15 de out de 2006

Choi Min-sik Cine Biography

1962 – born in Seul, South Korea.

1982 – graduates actor at Drama and Film department of Dongguk University. Works mostly in theater.

1989 - Kuro Arirang, Park Chong-won's first film.1992-93 – stars in Park Chong-won's film Our Twisted Hero, inspired by writer Yi Munyol ´s homonym book; Our Love This Way.

1993-94 - works in tv dramas, like Moon Over Seoul with old friend actor Han Suk-kyu; and Sara Is Guilty.

1997 – Choi plays a tough-talking police investigator in Song Neung-han's No.3.

1998 – Kim Jee-woon's debut film The Quiet Family.

1999 – plays a North Korean agent in Swiri (Shiri), Kang Jae Gyu's blockbuster, co-starring Han Suk-kyu and Song Kang-ho; gets Best Actor prize at Grand Bell awards. Stars a korean theater production of Hamlet. Plays a husband who discovers his wife's infidelity in Ji Woo-chung´s Happy End (Asia-Pacific Film Festival 2000, Best Actor).

2001 – Plays a small-time gangster in Failan, a melodrama directed by Song Hae Sung, from Jiro Asada´s novel, “Love Letter “, co-starring Cecilia Cheung. Wins Best Actor Award at 2002 Deauville Asia Film Festival.

2002 – In film Chihwaseon (Drunk on Women and Poetry), directed by Im Kwon-taek (Best Director at Cannes), played the famous nineteenth-century Korean painter Jang Seung-up.

2003 – Park Chan-wook's Oldboy (based on manga by Tsuchiya Garon and Nobuaki Minegishi) is considered his best work until now, a tour de force, gave him world star status (Best Actor at Grand Bell Awards and Blue Dragon Film Awards). Oldboy won the Grand Prix at Cannes Film Fest.

Choi and the film directors: "When I'm working with a director, I don't force my own world...A movie is a work of art made by the director. An actor shouldn't try to change the director's world from outside, but rather, the actor must enter the world of the director, like a member of an orchestra would enter the world of the conductor."

2004 – A music teacher in Springtime; and a North Korean commander in Taegukgi : The Brotherhood of War; directed by Ryu Jang-ha.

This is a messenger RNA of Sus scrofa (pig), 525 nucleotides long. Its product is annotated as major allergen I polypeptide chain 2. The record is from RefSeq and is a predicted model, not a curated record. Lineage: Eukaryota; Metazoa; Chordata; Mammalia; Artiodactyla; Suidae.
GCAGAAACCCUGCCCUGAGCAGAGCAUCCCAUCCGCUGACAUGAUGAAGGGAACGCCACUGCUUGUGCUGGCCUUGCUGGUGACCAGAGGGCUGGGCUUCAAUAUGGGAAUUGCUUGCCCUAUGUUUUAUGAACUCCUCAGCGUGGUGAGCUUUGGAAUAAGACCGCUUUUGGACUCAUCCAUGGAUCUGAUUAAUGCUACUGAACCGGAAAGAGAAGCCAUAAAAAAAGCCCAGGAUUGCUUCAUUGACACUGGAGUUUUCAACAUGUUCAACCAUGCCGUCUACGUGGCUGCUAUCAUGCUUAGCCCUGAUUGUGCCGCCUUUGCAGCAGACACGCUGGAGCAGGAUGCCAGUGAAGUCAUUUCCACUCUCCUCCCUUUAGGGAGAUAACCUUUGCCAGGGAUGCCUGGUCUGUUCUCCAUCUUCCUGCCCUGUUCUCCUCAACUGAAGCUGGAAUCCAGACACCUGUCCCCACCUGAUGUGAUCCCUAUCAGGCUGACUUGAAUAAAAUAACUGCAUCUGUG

2005 – Ryoo Seung-wan´s Crying Fist; Park Chan-wook ends his “revenge trilogy” with Sympathy for Lady Vengeance.The director Ryoo Seung-wan, on Choi´s personality: “I noticed that Mr. Choi is always joking, eating snacks, and generally not paying much attention to filming but when the camera light turns on and I shout 'action!', he suddenly snaps right into character and becomes a different man.”

Choi talks about Crying Fist: "This film was very hard work and the character I played didn't suit my style, but what attracted me to this role was the fact that it is about an ordinary person in an extraordinary situation. This project was meaningful and quite satisfying for me. The movie may seem rather crude at first but it is a deep penetrating look at human nature and the way a man is made or ruined under pressure. I believe that the inspirational message of this movie is needed in today's society of indifference. There's a saying that goes: 'a sliver under my fingernail hurts more than a crack in another man's skull.' This is the kind of thinking that needs to change. I recently heard stories of people committing suicide in the Kangnam area and it really pierced my heart as I was able to see the kind of pain these people go through while filming this movie."

2006 – The Year of Politics – In february, the actor returns a government decoration in protest against decision to halve the screen quota for domestic movies. Choi said the medal (the Og-Gwan Order of Cultural Merit), once a symbol of pride, was now “nothing more than a sign of disgrace, and it is with a heavy heart that I must return it." In march, Choi joins film students at a rally to protest against a cut in the screen quota reserved for Korean movies in domestic theaters, in Seoul. And more protests in may: Choi Min-Sik, Bong Joon-Ho and others, make night vigils in front of the Palais des Festivals, at the 59th Cannes Film Festival, protesting against the reduction of the South Korean screen quota system, trying to aware the people about the struggle of their cinema to keep its identity and independence, against the American hegemonic cultural policy.

New projects: Directed by Yoon Jong-chan, Hamonica and Friend is “a story of homeless people who live in the underground subway station, and even though they look miserable, each people have their own friendship, humor, hope and love.”

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